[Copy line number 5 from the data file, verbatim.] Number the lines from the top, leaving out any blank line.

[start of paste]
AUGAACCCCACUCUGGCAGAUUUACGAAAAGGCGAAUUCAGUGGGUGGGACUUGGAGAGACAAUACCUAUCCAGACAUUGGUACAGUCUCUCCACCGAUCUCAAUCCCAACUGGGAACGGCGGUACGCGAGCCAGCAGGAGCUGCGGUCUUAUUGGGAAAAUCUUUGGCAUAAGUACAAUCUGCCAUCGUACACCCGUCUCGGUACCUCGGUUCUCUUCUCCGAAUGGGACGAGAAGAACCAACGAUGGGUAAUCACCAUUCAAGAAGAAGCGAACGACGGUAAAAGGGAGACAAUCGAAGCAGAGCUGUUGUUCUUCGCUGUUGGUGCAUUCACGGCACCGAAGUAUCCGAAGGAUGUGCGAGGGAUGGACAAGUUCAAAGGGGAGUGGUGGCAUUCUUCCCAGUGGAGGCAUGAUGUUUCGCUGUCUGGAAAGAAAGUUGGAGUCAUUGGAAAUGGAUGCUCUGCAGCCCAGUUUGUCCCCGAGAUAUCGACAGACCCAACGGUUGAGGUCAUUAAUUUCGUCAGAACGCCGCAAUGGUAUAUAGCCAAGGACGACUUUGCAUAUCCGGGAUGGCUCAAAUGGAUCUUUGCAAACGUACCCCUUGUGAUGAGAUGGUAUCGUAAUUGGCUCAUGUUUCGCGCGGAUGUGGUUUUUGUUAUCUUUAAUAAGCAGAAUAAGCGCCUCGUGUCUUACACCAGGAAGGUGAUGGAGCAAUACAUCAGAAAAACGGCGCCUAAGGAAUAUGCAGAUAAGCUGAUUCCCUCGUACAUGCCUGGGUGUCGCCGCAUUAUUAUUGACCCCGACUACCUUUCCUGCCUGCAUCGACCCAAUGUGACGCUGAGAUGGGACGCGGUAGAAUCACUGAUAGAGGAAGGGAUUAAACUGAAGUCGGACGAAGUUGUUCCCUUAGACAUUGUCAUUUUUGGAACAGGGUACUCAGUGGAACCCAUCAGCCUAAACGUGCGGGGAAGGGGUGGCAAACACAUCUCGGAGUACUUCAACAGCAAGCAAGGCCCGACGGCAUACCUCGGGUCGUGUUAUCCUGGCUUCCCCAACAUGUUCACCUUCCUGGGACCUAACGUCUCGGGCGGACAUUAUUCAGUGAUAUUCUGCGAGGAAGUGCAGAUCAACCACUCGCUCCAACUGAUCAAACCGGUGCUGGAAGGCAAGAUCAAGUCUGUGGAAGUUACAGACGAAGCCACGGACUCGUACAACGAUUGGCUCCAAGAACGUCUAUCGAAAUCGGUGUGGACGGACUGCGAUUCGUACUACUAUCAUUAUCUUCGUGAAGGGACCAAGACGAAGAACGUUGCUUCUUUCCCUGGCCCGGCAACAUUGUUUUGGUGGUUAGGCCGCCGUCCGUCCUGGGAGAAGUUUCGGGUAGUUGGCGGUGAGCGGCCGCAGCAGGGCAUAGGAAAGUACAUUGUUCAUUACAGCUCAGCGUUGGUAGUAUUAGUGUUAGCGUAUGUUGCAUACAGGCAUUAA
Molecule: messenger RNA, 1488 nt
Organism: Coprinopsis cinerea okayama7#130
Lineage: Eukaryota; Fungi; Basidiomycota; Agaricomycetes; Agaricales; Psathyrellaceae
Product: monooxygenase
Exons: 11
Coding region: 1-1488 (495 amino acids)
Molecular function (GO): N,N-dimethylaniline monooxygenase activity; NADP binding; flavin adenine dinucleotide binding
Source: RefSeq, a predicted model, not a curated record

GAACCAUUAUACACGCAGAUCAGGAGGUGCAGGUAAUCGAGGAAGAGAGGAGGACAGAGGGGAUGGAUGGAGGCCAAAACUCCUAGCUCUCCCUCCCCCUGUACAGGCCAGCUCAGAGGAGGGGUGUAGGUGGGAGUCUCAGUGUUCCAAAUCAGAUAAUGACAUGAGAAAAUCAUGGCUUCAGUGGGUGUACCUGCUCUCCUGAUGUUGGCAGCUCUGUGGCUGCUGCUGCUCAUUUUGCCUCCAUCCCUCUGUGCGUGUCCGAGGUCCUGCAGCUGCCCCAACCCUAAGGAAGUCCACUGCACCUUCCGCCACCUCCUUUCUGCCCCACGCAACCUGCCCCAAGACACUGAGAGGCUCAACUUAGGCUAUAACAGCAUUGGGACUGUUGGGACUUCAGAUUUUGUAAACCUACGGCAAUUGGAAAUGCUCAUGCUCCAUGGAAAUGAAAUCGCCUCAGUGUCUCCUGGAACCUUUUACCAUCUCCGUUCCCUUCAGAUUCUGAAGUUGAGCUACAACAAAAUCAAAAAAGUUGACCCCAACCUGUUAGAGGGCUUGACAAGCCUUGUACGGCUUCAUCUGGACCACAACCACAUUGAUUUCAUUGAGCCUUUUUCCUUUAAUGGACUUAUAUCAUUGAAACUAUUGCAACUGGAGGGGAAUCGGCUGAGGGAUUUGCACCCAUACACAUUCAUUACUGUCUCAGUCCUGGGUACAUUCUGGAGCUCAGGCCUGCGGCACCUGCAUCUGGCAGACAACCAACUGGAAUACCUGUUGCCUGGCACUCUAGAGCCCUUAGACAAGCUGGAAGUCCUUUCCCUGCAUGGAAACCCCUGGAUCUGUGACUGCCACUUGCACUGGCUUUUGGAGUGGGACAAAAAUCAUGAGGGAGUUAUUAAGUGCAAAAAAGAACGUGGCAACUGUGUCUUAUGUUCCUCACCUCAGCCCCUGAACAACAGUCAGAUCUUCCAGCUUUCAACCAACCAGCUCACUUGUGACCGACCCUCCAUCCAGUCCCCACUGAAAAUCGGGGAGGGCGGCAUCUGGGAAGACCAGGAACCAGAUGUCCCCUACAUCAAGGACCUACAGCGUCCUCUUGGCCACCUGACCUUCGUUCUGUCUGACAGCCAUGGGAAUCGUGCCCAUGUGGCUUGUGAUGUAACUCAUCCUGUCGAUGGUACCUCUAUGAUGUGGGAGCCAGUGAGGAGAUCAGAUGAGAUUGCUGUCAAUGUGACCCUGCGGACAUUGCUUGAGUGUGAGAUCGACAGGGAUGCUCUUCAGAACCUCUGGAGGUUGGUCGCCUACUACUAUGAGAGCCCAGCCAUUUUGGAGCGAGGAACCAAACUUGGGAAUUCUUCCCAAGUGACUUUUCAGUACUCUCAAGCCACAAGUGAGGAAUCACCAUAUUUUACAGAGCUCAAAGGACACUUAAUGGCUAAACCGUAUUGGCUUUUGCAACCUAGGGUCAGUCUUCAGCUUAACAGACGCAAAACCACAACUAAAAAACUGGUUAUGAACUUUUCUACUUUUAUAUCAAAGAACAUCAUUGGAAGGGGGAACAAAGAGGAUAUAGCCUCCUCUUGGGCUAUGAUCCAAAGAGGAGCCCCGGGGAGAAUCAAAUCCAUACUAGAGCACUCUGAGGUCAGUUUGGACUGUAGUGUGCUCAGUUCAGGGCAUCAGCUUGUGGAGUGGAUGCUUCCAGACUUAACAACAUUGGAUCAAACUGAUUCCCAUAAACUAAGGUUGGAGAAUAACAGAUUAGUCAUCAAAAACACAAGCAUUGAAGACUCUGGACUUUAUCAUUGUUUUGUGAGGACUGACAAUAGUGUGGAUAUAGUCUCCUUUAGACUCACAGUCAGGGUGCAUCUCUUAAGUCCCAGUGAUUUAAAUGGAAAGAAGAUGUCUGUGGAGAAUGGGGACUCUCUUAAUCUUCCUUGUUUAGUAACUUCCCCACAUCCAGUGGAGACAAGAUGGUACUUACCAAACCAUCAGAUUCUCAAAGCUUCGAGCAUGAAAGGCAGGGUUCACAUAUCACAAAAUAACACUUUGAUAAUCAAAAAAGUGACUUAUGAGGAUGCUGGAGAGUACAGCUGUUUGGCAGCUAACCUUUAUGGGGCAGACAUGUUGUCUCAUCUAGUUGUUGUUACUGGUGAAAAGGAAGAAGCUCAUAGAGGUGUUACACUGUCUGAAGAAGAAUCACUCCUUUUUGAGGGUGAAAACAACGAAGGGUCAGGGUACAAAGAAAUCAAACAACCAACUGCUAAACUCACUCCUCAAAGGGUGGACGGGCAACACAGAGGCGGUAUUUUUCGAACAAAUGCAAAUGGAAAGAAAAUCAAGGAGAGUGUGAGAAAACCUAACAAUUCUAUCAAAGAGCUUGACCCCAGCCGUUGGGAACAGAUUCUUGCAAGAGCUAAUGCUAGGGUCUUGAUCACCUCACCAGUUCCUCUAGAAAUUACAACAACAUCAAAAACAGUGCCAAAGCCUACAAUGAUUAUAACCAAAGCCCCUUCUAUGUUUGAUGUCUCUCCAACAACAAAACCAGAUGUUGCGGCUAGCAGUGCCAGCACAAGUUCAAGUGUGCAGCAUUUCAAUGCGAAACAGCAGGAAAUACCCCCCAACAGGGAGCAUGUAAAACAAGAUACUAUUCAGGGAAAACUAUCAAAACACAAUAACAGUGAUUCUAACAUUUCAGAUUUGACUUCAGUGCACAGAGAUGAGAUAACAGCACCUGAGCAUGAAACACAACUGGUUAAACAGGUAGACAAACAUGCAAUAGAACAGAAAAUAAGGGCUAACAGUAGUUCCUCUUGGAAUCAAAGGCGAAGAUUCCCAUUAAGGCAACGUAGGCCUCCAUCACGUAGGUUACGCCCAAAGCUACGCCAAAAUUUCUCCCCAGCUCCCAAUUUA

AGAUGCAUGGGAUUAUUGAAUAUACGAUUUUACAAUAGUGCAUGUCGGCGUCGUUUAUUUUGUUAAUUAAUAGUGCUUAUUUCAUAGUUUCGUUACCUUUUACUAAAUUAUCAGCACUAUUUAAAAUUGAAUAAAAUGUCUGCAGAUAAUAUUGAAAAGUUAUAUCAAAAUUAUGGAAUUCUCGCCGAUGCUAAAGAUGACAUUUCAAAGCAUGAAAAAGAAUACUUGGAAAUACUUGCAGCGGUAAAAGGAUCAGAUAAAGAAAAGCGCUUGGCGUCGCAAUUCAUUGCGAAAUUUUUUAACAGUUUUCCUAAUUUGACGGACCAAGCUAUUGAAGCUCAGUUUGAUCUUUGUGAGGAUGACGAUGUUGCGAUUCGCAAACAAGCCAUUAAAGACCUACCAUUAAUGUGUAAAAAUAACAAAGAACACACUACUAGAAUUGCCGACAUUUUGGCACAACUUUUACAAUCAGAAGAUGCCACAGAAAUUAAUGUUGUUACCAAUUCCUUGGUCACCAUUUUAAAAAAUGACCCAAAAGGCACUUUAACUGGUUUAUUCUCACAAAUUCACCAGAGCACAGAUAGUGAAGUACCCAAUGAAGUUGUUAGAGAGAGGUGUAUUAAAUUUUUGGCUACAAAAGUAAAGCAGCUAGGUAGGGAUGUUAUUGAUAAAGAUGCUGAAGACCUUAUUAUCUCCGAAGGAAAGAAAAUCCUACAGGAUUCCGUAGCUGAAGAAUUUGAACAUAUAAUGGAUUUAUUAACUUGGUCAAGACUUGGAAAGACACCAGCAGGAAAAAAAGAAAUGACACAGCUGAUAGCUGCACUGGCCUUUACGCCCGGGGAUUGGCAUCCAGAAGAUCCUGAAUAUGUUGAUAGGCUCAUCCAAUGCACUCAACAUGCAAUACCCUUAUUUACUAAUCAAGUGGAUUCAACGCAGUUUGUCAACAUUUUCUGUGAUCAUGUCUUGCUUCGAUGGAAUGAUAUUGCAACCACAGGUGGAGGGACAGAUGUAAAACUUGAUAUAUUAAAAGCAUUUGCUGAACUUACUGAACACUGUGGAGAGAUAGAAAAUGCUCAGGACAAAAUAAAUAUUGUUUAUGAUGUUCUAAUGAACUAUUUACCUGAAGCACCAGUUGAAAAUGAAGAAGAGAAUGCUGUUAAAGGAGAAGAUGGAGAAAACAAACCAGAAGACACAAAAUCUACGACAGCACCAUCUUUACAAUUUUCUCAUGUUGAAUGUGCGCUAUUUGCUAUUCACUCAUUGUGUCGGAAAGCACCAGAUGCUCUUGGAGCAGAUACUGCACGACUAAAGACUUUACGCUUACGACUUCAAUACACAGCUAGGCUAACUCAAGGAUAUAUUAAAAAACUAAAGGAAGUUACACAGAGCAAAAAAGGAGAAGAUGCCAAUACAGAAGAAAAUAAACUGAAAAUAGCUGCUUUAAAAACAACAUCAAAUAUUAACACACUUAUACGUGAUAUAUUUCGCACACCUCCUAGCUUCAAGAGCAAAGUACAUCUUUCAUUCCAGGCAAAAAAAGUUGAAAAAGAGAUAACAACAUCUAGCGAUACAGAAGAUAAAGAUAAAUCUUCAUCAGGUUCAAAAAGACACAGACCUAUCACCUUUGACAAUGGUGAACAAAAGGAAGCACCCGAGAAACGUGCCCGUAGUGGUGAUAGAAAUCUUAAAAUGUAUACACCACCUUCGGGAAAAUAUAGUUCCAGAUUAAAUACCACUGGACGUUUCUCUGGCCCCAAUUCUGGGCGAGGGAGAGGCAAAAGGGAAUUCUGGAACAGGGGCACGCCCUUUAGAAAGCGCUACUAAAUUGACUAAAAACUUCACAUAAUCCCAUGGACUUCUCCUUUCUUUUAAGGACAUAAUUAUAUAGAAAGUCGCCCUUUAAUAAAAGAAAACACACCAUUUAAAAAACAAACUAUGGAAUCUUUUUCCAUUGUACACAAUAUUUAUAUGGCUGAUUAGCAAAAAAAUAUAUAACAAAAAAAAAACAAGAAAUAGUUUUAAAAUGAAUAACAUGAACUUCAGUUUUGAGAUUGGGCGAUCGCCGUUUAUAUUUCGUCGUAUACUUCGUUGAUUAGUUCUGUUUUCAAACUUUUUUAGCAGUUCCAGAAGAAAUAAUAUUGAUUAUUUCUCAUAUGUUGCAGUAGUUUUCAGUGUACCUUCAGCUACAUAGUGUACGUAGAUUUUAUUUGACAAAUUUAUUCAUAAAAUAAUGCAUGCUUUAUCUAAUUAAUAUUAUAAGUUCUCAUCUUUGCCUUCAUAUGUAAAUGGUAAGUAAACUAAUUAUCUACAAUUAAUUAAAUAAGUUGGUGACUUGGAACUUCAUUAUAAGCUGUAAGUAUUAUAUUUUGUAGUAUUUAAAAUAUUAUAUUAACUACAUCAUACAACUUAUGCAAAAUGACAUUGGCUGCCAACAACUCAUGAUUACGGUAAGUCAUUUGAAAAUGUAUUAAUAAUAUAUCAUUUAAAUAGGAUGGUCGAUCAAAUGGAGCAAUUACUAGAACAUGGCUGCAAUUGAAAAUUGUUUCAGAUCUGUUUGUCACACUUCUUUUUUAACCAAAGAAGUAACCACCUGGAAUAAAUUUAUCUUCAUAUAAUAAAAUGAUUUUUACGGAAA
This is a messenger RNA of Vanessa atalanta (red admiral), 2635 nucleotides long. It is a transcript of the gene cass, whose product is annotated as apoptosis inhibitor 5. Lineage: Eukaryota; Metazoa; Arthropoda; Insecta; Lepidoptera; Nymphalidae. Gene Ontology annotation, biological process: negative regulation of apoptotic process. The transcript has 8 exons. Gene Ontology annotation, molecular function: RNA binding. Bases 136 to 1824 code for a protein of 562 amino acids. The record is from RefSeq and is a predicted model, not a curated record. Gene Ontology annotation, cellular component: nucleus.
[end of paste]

Product: monooxygenase